For patients in Scotland, there are currently two cancer waiting times standards, which are detailed below. From 2011 the cancer waiting time targets, as decided by the Scottish Government, are as follows:

62-day target from receipt of referral to treatment for all cancers. This applied to each of the following groups:

  • Any patients urgently referred with a suspicion of cancer by their primary care clinician (for example GP) or dentist
  • Any screened-positive patients who are referred through a national cancer screening programme (breast, colorectal or cervical)
  • Any direct referral to hospital where the signs and symptoms are consistent with the cancer diagnosed as per the Scottish Referral Guidelines (for example self-referral to A&E)

31-day target from decision to treat until first treatment for all cancers, no matter how patients were referred. For breast cancer, this replaced the previous 31-day diagnosis to treatment target.

Latest statistics on waiting times in Scotland

The latest statistics on cancer waiting times in NHS Scotland can be viewed here.

Concerned about your own waiting time?

Contact your local Health Board

For patients in Wales

For patients in Wales, there are currently two cancer waiting times standards, which are detailed below.

The Welsh Government aim is to ensure that all those patients with suspected cancer undertake diagnostic tests as quickly as possible to minimise any anxiety that they may be feeling.

There are two pathways that a patient may follow:

Patients suspected of having cancer and urgently referred by their GP, should wait no more than 62 days for their treatment to commence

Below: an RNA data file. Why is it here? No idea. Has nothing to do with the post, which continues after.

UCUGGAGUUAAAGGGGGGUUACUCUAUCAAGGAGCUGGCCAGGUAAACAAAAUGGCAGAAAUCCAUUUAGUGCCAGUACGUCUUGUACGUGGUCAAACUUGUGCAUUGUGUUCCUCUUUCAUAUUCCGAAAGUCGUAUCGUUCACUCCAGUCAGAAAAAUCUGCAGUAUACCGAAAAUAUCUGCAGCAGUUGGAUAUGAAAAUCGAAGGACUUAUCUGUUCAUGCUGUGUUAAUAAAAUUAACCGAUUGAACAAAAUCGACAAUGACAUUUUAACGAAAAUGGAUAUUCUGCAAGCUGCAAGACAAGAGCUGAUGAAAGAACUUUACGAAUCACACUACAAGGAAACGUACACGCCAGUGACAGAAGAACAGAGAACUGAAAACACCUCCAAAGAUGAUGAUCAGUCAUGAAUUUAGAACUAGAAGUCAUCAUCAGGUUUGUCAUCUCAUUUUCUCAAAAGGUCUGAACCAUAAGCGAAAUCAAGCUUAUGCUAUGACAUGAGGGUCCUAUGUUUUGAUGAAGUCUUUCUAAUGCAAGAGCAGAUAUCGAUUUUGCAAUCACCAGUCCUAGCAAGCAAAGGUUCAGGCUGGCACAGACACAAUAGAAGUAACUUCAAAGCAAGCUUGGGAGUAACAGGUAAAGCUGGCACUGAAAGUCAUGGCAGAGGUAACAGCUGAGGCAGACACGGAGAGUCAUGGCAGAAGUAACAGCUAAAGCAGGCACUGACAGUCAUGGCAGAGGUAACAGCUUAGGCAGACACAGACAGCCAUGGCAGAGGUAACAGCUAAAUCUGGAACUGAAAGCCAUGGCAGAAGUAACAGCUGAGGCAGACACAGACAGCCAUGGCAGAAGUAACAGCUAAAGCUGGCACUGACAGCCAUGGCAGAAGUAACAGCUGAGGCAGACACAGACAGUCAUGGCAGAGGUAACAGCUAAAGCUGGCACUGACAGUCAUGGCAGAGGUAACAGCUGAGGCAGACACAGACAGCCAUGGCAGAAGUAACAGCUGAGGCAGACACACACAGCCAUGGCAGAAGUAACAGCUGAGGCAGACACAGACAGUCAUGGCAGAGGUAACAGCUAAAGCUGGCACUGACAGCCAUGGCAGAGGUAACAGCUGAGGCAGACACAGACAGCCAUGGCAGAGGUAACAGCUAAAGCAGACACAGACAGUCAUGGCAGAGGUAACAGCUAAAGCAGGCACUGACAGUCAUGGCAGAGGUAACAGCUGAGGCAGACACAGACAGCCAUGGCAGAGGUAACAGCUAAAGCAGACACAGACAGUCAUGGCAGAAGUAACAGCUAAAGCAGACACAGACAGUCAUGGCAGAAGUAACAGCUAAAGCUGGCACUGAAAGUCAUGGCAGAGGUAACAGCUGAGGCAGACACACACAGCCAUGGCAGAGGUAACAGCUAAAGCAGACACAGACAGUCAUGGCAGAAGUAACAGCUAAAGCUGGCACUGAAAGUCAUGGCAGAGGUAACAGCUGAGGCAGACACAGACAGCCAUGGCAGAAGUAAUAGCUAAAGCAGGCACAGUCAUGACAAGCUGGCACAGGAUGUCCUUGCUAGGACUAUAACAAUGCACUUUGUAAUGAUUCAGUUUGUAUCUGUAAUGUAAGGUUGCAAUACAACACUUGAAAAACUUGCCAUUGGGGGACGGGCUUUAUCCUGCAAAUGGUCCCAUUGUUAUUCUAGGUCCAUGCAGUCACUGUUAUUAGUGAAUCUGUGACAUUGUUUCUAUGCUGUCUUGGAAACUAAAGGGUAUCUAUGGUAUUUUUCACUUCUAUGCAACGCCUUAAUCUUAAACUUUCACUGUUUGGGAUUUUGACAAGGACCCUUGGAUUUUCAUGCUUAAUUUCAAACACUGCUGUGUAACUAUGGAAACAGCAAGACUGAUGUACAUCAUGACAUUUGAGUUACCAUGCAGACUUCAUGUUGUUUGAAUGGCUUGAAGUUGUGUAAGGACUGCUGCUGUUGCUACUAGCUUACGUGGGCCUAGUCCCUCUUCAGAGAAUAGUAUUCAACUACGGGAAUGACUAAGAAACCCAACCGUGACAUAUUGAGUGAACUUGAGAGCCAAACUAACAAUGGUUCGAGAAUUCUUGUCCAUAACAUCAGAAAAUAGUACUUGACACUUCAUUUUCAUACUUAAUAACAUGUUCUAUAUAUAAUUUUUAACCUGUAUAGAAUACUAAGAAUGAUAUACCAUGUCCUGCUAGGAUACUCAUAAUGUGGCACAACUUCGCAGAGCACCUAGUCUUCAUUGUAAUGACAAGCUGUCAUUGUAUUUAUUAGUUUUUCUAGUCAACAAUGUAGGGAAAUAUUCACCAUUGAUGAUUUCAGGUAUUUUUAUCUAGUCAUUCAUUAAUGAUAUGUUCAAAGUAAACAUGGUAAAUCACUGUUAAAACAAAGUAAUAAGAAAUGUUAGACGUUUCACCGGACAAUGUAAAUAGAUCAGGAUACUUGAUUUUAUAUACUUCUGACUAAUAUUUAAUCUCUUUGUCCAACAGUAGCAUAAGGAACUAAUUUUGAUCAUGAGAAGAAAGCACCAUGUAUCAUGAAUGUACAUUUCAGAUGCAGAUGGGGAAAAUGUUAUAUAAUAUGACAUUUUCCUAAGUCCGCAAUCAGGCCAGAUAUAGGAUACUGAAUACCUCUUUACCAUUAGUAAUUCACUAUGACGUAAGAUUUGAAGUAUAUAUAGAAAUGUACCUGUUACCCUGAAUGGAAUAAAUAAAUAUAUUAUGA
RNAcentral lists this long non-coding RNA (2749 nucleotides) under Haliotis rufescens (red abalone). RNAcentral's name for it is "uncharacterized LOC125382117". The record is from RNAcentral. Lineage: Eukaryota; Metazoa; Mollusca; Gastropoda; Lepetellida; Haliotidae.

Patients who have been newly diagnosed as having cancer, not through a GP referral should start their treatment within 31 days of a decision to treat.

Concerned about your own waiting time?

NHS Wales advises you should contact either the Waiting times department in the hospital you have been referred to or the Health Board.

Latest statistics on waiting times in Wales

The latest statistics on cancer waiting times in NHS Wales can be viewed here.

For patients in Northern Ireland

Ministerial Target for Cancer Waiting Times

The 2016/17 Ministerial target has three components associated with cancer waiting times:

  • The Ministerial Target on waiting times for treatment following an urgent referral for suspect cancer states that, ‘from April 2016, 95% of patients urgently referred with a suspect cancer should begin their treatment within 62 days’
  • The Ministerial Target on waiting times for cancer treatment following a decision to treat states that, ‘from April 2016, at least 98% of patients diagnosed with cancer should receive their first definitive treatment within 31 days of a decision to treat’
  • The Ministerial Target on waiting times for a first assessment with a breast cancer specialist states that, ‘from April 2016, all urgent breast cancer referrals should be seen within 14 days’ 

Latest statistics on waiting times in Northern Ireland

The latest statistics on cancer waiting times in Northern Ireland can be viewed here. 

Concerned about your own waiting time?

Contact your local Health and Social Care Trust or contact the Patient and Client Council. 

Further reading

For additional reading CRUK have published an excellent report providing an overview of cancer waiting times including definitions for each of the devolved nations. You can access the overview here.

Please help other patients:

Please keep us updated with useful information that will help other cancer patients. You can email us with your tips so we can regularly add to this resource. Please email us.

Thanks to all the KCSN members for their input, and especially to Julia for her patience and willingness to collate this information to help and support others.

Written April 2017

Download a pdf of this help sheet here: Waiting Times for Cancer